Why it’s Important to Have a Financial Plan and Update it Annually
Research by Charles Schwab shows that three in five Americans live paycheck to paycheck, and only one in four have a written financial plan. Schwab’s 2018 Modern Wealth Index scores participants between 1-100 based on their successful money management and investment habits. They consider the following factors: Goal setting and financial planning Saving and investing […]
Are Health Savings Accounts Right for You? A Health Savings Account (HSA) is a tax-advantaged personal medical savings account that can be used for qualified healthcare expenses. They have been in existence since George W. Bush signed them into law in 2003 and have become a more significant part of medical expense planning for individuals, […]
For most people, charitable giving involves writing checks to the charities of their choice. However, changes in the tax law, as well as an increase in the number of solicitations received from charities, have created a demand for a way to donate more efficiently. One way to do this is through a Donor Advised Fund […]
When it comes to retirement accounts such as Individual Retirement Accounts (IRAs), 401(k)s and 403(b)s, there are two magic ages to remember. The first is age 59 ½ when you can begin accessing your retirement accounts penalty-free. The second may be lesser known, but can be more costly if forgotten. Starting at age 70 ½ […]
Is It the Right Time to Reallocate Your Insurance $$$?
As Baby Boomers approach retirement they often ask the questions: Should I continue to keep my life insurance polices? Should I continue to pay for my long-term disability insurance policies? Is there somewhere else that these premiums would be better spent? There is no simple answer to these questions, but a good start is to […]
Single Parent Finances: Six Tips to Find Financial Success When It’s All on You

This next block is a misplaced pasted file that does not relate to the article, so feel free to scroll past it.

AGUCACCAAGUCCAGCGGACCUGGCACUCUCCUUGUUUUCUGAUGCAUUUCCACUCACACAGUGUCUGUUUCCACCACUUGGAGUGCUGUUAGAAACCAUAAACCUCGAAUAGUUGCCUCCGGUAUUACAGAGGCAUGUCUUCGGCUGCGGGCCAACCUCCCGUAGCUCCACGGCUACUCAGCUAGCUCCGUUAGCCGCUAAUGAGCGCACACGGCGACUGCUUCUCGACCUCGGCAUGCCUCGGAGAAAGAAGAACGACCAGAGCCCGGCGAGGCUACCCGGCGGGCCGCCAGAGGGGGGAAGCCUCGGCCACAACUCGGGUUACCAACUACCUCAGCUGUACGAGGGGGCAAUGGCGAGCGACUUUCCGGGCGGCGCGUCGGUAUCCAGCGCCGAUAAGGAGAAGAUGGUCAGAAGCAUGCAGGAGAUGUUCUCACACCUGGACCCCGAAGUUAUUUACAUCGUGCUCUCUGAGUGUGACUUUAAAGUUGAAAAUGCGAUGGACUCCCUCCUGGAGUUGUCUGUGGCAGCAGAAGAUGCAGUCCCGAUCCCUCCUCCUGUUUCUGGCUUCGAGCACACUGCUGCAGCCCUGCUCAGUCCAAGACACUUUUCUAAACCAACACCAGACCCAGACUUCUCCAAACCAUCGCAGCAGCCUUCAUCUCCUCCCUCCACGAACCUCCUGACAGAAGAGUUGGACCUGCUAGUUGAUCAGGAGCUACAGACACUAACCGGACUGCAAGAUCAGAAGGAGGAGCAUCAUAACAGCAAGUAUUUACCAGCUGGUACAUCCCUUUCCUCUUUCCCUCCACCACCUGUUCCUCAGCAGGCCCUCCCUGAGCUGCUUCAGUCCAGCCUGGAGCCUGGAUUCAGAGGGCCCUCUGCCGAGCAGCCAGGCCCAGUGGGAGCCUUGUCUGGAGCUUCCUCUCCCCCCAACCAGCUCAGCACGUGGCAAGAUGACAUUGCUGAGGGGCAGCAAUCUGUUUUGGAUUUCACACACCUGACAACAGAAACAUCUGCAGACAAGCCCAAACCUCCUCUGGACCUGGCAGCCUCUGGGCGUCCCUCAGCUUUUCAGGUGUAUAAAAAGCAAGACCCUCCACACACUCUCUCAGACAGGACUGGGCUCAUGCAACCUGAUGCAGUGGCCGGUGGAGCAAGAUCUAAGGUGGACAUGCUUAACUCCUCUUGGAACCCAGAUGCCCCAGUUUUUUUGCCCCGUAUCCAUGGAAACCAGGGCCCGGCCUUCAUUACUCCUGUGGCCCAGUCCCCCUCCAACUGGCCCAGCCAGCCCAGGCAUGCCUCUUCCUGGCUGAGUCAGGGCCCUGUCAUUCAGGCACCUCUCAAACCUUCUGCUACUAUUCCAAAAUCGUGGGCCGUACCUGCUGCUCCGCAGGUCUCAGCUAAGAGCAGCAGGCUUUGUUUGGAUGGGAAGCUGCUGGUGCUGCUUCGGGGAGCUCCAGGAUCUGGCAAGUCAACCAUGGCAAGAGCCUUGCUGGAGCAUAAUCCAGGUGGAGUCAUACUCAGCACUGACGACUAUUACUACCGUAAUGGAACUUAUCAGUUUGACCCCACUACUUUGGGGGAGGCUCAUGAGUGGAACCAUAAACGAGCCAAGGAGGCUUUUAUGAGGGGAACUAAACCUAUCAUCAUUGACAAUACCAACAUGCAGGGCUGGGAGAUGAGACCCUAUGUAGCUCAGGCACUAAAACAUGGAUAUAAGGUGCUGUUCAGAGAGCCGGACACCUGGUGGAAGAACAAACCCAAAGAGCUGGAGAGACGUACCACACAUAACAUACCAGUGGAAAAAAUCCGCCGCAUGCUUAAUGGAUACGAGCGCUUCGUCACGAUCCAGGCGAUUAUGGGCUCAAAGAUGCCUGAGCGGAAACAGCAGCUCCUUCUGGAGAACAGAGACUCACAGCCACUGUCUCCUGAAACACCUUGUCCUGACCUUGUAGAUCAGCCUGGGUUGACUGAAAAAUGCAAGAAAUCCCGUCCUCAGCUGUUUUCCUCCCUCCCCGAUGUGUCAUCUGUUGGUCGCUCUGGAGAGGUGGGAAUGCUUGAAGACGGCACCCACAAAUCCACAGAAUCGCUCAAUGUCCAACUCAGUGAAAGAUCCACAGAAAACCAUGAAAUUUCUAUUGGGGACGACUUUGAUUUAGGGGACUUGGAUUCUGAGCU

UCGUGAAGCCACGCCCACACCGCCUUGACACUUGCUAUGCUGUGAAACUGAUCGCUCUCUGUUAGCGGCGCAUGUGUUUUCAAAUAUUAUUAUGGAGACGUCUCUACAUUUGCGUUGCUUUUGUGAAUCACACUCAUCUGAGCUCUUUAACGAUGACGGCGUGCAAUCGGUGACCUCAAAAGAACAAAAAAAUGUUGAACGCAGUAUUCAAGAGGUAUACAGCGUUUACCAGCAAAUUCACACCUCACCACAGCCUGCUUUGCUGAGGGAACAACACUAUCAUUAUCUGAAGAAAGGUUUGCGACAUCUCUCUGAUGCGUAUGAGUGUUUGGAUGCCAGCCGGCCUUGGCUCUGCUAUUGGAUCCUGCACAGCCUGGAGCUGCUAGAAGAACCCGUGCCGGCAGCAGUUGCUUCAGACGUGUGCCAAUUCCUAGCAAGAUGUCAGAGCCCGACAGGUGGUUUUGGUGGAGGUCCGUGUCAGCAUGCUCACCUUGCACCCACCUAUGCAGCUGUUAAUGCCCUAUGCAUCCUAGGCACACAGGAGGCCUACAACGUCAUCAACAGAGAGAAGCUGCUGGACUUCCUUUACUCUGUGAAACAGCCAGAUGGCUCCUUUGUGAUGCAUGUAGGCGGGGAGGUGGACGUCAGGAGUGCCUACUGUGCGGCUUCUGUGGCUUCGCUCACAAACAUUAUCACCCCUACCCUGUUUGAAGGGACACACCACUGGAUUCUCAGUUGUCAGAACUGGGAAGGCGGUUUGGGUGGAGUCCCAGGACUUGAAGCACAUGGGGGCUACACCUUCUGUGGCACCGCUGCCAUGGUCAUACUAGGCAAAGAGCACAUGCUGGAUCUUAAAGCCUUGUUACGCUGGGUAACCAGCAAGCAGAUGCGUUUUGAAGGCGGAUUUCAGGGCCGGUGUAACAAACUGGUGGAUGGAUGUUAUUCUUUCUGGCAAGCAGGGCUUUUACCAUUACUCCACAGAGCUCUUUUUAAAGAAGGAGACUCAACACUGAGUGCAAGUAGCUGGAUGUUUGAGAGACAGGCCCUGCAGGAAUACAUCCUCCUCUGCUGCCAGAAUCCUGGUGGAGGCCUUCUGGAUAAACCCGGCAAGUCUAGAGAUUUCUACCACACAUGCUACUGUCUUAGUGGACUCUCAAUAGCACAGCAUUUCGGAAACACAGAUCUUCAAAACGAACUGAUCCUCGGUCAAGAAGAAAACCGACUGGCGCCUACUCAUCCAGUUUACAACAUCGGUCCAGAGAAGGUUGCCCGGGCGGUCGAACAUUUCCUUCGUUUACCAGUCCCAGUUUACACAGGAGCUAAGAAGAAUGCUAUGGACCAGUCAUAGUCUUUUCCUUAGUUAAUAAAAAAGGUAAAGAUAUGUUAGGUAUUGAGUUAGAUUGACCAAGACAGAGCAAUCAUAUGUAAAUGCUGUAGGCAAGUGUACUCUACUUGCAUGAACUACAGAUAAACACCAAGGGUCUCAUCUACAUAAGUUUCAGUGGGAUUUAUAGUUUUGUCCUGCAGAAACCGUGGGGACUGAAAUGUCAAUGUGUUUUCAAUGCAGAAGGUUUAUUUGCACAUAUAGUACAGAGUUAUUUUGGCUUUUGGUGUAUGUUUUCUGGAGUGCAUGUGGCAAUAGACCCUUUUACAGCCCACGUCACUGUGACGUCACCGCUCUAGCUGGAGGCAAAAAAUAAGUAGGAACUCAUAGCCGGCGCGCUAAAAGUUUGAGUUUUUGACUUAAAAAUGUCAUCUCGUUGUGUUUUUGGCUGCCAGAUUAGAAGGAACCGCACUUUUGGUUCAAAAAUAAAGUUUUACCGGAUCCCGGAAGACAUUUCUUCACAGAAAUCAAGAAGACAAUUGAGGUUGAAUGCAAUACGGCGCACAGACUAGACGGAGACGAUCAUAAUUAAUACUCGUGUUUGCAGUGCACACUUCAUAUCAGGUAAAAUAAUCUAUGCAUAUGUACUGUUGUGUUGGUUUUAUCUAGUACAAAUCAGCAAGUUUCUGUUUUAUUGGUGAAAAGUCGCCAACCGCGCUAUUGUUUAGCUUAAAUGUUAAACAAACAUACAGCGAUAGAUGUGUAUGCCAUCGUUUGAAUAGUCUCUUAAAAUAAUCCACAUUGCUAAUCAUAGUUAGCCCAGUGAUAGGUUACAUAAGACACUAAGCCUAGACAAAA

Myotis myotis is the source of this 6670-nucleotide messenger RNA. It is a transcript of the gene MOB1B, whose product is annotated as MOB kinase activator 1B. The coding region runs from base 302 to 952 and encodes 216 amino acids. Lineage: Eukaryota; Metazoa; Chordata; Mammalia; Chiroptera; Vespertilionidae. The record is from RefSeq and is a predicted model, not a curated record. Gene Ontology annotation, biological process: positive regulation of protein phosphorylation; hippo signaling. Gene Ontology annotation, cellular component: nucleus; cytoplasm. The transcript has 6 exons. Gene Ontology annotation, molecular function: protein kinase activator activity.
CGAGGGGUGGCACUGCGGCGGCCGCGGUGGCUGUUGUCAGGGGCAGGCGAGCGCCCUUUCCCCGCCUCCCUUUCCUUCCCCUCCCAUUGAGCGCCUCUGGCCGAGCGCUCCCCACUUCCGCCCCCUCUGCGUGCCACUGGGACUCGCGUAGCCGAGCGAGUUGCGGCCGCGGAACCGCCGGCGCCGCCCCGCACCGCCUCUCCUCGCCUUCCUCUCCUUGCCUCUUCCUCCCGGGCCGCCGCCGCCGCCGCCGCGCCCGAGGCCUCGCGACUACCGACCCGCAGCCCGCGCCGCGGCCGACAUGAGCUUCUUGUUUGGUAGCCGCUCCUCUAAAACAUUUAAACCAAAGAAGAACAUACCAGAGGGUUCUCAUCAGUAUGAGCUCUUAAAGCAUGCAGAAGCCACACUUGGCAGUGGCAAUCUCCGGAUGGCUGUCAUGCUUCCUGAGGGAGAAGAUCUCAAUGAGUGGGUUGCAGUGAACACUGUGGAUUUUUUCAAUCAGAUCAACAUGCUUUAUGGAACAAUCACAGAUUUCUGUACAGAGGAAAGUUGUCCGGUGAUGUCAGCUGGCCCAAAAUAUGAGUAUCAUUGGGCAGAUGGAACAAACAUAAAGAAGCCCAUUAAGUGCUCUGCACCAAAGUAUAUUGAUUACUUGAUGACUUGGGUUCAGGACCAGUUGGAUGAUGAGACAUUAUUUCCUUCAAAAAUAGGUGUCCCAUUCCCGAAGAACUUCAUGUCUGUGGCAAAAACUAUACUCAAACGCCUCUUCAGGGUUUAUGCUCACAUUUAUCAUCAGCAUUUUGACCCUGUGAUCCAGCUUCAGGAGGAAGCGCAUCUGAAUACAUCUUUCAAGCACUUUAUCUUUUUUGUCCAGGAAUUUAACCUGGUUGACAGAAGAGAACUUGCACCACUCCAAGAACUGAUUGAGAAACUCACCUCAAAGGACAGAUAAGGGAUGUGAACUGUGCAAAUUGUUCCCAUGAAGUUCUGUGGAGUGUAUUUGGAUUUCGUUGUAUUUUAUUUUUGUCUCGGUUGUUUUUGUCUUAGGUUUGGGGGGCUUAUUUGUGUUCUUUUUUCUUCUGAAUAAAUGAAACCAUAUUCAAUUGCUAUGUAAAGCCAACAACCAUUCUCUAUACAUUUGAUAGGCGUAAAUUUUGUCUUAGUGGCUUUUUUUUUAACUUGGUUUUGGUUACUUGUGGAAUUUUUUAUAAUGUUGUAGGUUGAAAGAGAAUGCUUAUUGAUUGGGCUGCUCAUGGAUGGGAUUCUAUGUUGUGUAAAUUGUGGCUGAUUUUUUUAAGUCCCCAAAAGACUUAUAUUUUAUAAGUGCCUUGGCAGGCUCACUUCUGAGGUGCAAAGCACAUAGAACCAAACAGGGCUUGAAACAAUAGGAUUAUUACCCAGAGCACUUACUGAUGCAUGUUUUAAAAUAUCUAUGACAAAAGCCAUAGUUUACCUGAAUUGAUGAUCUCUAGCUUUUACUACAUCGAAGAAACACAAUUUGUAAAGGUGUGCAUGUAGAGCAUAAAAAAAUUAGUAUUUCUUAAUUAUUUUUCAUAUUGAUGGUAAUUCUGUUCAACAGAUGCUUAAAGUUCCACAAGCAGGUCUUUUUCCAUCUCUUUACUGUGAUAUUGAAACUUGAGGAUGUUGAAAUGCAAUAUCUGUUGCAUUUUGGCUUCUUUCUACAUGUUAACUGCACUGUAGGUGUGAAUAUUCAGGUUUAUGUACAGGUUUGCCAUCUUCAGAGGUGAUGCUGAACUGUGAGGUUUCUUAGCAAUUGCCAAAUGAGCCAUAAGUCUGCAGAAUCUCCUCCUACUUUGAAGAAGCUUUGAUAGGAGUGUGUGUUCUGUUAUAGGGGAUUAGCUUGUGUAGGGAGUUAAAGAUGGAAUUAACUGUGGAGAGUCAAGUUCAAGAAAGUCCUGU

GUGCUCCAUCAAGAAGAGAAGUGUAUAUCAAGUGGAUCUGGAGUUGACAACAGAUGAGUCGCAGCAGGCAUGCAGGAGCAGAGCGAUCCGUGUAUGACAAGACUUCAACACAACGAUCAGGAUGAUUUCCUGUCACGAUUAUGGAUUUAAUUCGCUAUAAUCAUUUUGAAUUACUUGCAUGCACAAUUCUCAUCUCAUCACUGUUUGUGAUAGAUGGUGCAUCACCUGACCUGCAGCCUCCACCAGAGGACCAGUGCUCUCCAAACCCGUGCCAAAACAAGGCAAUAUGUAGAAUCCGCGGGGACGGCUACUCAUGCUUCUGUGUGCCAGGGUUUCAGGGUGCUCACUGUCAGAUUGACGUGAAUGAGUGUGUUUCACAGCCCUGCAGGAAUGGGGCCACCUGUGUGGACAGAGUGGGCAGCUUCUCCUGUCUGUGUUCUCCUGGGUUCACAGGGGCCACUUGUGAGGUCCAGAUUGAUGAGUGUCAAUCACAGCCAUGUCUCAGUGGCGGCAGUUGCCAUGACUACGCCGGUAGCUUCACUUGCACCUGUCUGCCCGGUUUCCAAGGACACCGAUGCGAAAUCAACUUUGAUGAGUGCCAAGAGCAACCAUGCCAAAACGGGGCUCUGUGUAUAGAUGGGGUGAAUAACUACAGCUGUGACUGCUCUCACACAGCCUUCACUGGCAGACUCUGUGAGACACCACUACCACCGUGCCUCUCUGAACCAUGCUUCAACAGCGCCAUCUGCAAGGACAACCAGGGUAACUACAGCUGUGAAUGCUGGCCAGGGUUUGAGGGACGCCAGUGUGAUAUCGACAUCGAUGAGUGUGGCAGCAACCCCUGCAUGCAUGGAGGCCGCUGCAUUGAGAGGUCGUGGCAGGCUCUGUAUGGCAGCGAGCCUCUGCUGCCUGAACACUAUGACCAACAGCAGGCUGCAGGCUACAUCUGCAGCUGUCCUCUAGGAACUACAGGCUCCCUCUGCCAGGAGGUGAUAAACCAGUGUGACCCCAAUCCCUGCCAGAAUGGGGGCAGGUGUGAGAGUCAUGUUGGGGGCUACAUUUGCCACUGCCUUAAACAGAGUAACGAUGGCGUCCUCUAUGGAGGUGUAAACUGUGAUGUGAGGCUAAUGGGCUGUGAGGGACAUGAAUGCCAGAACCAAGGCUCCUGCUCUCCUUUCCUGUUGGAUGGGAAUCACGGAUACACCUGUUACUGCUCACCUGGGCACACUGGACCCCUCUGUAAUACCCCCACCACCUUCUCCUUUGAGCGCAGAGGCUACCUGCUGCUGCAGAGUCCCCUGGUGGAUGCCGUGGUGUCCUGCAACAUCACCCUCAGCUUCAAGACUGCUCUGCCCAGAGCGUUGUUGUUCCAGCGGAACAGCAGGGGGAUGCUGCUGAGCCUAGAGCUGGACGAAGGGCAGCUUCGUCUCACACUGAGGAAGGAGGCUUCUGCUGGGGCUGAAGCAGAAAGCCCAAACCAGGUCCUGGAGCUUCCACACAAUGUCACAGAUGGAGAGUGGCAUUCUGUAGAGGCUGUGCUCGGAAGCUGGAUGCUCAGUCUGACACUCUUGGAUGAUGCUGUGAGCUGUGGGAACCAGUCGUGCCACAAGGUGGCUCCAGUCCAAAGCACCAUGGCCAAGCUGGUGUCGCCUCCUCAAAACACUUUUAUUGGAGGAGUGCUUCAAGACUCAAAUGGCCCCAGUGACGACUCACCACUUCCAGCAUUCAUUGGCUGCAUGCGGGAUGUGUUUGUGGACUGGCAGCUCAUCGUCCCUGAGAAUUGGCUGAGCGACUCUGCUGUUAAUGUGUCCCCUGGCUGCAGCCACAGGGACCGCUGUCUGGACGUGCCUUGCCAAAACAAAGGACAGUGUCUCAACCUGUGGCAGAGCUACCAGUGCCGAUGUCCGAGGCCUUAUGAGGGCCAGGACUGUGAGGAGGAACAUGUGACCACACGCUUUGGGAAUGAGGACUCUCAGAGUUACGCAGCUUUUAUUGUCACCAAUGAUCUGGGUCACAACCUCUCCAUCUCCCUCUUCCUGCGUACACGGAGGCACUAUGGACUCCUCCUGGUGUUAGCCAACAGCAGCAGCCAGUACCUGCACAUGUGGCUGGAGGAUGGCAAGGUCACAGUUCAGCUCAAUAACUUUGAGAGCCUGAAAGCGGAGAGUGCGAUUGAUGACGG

Being a single head of household can wreak havoc on your finances, your time, and your career trajectory, presenting challenges dual income households often do not face. Robert Epstein originally wrote on this topic in July and was then interviewed by The Simple Dollar in August. Here is a link to that article.
I’ve been having more conversations lately with clients about charitable giving. While I have found many to be very generous in their charitable giving, the uptick in conversation is likely due, at least in part, to an overriding concern about a lack of civility in the world. Yet, while specific giving opportunities have arisen recently […]
Surveys have reported that two-thirds of Americans admit to being subject to financial fears, and as many as one-third say that they worry about money “all the time.” It is important to acknowledge that many people suffer from “chrometophobia,” the fear generated from certain credit and finance-related scenarios. This is an actual phobia defined by […]
Doctors tell us in order to stay healthy we need to eat a “balanced” diet. Families struggle to find the right “balance” between work and home life. Coaches need the right “balance” between offense and defense. And financial planners tell their clients they need to strike the right “balance” between living for today and saving […]
Roth IRAs have been around since the Tax Payer Relief Act of 1997. During that time, the use of the Roth IRA has grown significantly and can serve as a valuable part of tax and cash flow planning in one’s financial plan. The main method of funding larger contributions to a Roth account is via […]
Has anyone ever told you that you are paying too much for your car? The conversation goes something like this: You’re paying how much for that car? My buddy got the same car for half the price – you got a terrible deal! Of course, they fail to mention several key points, like their buddy […]